We are in the first days of the winter sales, which will last until March. That businesses lower the prices of their articles on these dates should in no case mean that the rights of the consumer are reduced, some rights that, as the Ministry of Consumption has recalled, are also applicable to purchases made over the Internet.
The department headed by Minister Alberto Garzón makes this warning after decreeing the new measures related to capacity and indoor establishments as a result of the pandemic caused by Covid-19 and due to the foreseeable increase in online purchases for this reason.
According to latest survey of the National Institute of Statistics (INE) on the use of ICT in Spanish homes, almost 20 million people have purchased products and services online in the last three months, with clothing, footwear and accessories being the most purchased products (7.2 points higher than in 2020).
Given this, Consumption warns thatboth the payment policies, as well as the return and guarantee policies, must be maintained in both channels during this reduction period, under the same conditions as the rest of the year.
This means that physical and digital establishments, among other obligations, have to accept the means of payment that they habitually use (card, cash or financed) and maintain the same repayment terms.
In the case of online purchases, there is also the right of withdrawal: a period of 14 days in which the product can be returned without having to state any reason or assume cost.
In addition, the Ministry warns that, when purchasing products or services over the Internet, there are other aspects that consumers must take into account in case of possible claims.
Not in vain, according to the INE, the delays in delivery (in 28.7% of cases of online purchases), the technical failures of the websites and their lack of usability (16.4%) and the difficulty of finding information on guarantees or other legal rights (15.1%), have been the most frequent problems that Internet users have faced in the last quarter.
Regardingguarantees, the Ministry recalls that, since January 1, there are already three years during which companies are obliged to repair or replace the product or service purchased by the customer in case of disagreement.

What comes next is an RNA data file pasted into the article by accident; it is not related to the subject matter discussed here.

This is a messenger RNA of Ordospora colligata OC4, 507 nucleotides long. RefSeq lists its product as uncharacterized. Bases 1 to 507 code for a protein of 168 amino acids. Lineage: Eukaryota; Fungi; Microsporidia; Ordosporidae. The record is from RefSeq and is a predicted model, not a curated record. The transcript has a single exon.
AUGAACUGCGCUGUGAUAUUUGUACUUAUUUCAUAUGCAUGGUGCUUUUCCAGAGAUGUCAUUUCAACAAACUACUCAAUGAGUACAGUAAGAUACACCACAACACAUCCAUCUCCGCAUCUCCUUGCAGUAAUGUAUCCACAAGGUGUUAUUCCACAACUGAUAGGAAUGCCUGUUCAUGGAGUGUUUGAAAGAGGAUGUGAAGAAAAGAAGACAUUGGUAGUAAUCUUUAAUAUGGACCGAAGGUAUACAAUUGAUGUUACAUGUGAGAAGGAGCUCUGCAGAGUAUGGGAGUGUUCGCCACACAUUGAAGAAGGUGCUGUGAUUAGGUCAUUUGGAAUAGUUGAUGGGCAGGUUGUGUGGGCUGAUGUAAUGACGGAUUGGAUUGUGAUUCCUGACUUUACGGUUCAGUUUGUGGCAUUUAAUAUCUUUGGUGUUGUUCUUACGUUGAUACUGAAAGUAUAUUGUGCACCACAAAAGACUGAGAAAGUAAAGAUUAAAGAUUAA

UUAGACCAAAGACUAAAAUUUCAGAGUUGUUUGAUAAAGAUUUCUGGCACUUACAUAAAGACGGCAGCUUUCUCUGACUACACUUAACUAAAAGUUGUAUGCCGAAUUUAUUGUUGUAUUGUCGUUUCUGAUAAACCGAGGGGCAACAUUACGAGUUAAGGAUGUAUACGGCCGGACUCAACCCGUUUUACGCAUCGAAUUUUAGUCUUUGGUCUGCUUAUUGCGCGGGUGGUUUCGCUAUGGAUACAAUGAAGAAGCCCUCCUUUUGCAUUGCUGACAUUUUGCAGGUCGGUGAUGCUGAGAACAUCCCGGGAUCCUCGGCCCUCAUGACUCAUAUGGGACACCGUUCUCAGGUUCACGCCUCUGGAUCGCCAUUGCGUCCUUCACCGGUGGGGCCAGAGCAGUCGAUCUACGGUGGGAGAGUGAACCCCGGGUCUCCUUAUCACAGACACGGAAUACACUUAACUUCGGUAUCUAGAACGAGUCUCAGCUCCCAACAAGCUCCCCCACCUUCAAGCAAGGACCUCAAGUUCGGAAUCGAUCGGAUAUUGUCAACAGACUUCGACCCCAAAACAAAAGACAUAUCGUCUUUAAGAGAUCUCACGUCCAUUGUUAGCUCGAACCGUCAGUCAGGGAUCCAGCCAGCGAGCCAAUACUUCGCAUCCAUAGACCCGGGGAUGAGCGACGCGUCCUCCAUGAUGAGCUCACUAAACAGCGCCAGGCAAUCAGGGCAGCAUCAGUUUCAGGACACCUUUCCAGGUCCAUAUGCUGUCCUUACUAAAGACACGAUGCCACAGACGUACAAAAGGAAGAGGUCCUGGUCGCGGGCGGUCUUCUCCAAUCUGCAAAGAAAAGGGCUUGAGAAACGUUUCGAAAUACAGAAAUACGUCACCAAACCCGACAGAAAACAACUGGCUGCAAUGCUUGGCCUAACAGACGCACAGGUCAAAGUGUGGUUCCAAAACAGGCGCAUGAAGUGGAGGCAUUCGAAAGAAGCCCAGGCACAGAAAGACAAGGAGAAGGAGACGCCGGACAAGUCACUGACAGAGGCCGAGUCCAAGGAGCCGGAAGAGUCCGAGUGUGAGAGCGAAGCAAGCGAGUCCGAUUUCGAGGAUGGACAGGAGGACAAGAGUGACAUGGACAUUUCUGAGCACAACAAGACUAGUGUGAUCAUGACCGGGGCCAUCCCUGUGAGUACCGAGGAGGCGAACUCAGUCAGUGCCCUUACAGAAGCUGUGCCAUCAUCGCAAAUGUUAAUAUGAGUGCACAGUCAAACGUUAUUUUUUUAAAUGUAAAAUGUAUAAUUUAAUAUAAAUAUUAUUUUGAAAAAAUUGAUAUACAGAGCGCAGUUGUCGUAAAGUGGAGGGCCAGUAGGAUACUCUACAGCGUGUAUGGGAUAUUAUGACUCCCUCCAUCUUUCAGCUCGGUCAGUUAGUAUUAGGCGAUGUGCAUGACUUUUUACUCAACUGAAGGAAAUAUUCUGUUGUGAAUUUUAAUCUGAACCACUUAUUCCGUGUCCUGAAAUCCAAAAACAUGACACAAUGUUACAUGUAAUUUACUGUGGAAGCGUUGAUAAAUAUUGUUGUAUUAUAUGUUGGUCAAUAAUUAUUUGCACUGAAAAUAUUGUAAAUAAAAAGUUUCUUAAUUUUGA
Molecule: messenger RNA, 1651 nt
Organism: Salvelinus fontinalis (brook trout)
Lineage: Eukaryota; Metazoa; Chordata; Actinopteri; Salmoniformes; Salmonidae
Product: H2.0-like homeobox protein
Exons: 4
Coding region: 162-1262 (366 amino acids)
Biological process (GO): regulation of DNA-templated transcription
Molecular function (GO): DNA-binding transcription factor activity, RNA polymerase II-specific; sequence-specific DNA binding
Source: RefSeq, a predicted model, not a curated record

Important aspects in case of conflict
During sales, the start and end dates of which must be prominently advertised at all times, establishments have the following obligations:
- Label the discounted products clearly and differently from the rest, including the original price plus the reduced or the discount percentage.
- Do not offer as discounted products those that have defects or are defective.
- Have sufficient stock of discounted products or services, depending on the importance of the advertising carried out.
For their part, consumers must keep the purchase receipt or invoice, since it will be the necessary documentation to exercise any right of return or guarantee execution.
In the event of conflicts, the ministry recommends going to the Consumer Services of the different autonomous communities, the Municipal Consumer Information Offices (OMIC) of the town councils or the Consumer arbitration boards that exist throughout the territory both regionally as well as local.
The arbitration system is an extrajudicial conflict resolution mechanism, of a binding and executive nature for consumers and companies, which facilitates and expedites the protection of the rights of consumers and, especially, of the most vulnerable, since it is about a free system.
If you go shopping….
- Always keep the purchase receipt. Also on sale.
- Bet on responsible consumption and plan expenses.
- Remember that buying on the Internet you have the same rights as in any distance sale and that you have 14 days to withdraw from the purchase made.
- Check the return policy of the establishment.